We present Fe, Si, and Ca abundances for 61 giants in Plaut's window (l = -1{sup 0}, b = -8.{sup 0}5) and Fe abundances for an additional 31 giants in a second, nearby field (l = 0{sup 0}, b = -8{sup 0}) derived from high-resolution (R {approx} 25,000) spectra obtained with the Blanco 4 m telescope and Hydra multifiber spectrograph. The median metallicity of red giant branch (RGB) stars in the Plaut's field is {approx}0.4 dex lower than those in Baade's window, and confirms the presence of an iron abundance gradient along the bulge minor axis. The full metallicity range of our (biased) RGB sample spans -1.5 < [Fe/H] < +0.3, which is similar to that found in other bulge fields. We also derive a photometric metallicity distribution function for RGB stars in the (l = -1{sup 0}, b = -8{sup 0}.5) field and find very good agreement with the spectroscopic metallicity distribution. The radial velocity (RV) and dispersion data for the bulge RGB stars are in agreement with previous results of the Bulge Radial Velocity Assay survey, and we find evidence for a decreasing velocity dispersion with increasing [Fe/H]. The [{alpha}/Fe] enhancement in Plaut field stars is nearly identical to that observed in Baade's window, and suggests that an [{alpha}/Fe] gradient does not exist between b = -4{sup 0} and -8{sup 0}. Additionally, a subset of our sample (23 stars) appears to be foreground red clump stars that are very metal rich, exhibit small metallicity and RV dispersions, and are enhanced in {alpha} elements. While these stars likely belong to the Galactic inner disk population, they exhibit [{alpha}/Fe] ratios that are enhanced above the thin and thick disk.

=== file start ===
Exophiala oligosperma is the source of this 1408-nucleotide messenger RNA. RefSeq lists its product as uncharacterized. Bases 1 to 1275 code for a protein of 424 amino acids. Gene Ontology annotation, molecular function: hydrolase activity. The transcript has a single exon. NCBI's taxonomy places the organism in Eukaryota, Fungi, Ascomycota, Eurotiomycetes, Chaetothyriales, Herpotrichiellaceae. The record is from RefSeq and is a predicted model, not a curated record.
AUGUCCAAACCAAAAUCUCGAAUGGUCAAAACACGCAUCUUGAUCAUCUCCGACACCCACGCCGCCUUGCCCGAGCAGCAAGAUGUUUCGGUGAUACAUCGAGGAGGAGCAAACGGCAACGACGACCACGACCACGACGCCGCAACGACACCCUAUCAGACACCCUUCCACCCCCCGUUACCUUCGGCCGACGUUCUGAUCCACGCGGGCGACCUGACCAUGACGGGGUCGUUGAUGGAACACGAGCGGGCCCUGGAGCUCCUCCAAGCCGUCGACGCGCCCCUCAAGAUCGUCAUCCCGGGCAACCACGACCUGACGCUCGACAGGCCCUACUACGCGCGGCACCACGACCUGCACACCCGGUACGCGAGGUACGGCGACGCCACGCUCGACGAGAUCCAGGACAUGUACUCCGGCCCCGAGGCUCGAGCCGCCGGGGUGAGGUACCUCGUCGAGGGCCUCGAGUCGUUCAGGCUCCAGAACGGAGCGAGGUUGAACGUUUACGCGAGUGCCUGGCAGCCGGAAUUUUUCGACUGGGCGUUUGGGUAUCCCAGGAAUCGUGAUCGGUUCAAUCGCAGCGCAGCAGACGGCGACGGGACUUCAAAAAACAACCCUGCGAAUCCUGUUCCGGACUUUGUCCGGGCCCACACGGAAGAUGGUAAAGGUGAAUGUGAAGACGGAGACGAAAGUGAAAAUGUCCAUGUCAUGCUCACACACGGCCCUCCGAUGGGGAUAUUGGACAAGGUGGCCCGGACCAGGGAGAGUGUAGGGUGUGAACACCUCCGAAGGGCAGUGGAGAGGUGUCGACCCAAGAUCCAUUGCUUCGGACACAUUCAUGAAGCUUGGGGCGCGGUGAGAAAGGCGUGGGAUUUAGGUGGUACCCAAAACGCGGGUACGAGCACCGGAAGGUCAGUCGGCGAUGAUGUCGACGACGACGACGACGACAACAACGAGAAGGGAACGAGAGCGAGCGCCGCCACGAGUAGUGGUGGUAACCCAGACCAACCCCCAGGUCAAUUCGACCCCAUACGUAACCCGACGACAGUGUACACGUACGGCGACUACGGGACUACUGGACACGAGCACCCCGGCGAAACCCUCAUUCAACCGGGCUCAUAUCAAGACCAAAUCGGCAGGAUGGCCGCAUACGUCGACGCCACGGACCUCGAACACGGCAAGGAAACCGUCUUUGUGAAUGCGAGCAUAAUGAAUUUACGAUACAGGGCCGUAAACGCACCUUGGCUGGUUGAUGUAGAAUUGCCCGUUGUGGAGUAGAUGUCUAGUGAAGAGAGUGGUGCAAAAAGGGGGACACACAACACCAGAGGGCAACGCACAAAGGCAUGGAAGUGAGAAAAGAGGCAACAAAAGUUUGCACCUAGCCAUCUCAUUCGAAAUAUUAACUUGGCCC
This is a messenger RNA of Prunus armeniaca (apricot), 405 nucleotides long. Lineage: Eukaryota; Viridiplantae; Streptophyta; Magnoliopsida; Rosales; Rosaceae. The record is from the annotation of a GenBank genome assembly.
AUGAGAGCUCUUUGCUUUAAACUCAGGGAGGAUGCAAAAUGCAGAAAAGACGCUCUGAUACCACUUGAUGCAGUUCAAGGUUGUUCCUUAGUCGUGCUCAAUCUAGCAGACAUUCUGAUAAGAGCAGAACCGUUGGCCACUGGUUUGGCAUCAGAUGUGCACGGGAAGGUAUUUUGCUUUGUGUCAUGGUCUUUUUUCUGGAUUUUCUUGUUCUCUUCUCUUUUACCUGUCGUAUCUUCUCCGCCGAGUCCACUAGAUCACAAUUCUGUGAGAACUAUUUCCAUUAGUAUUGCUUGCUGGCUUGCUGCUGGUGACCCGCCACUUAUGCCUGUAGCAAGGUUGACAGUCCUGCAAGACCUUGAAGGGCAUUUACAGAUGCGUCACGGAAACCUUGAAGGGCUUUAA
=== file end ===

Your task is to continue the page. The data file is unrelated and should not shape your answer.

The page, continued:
4. Decoding the message from meteoritic stardust silicon carbide grains

    SciTech Connect (OSTI)

    Lewis, Karen M.; Lugaro, Maria; Gibson, Brad K.; Pilkington, Kate

    2014-05-02

    SiC mainstream grains are presolar grains believed to form in the envelopes of carbon rich asymptotic giant branch (AGB) stars with masses between 1.5 and 3 solar masses. These grains represent a conundrum as the {sup 29}Si and {sup 30}Si abundances indicate that they formed in stars of super-solar metallicity, before the solar system formed. To shed light on this problem, we use silicon isotopic abundances to derive an age-metallicity relation for the stars believed to have produced the SiC mainstream grains. For 2732 mainstream SiC grains listed in the Presolar Grain Database, we use the {sup 29}Si abundances with the latest galactic chemical evolution (GCE) models to derive [Fe/H], and {sup 30}Si abundances along with the models of Zinner et al. (2006) to determine an approximate birth age for the parent AGB star. Comparing our age-metallicity relation with observational relationships derived for nearby stars, we find that the spread of [Fe/H] is in agreement, but the mean [Fe/H] in our relation is higher by 0.2 dex. We propose that this difference is because stars with higher [Fe/H] produce more dust and thus are over-represented in our age metallicity diagram, a finding consistent with previous published works. This result offers a solution for the long-standing problem of silicon in Stardust SiC grains, confirms the necessity of coupling chemistry and dynamics in simulations of the chemical evolution of our Galaxy, and constrains the modelling of dust condensation in stellar winds as a function of the metallicity.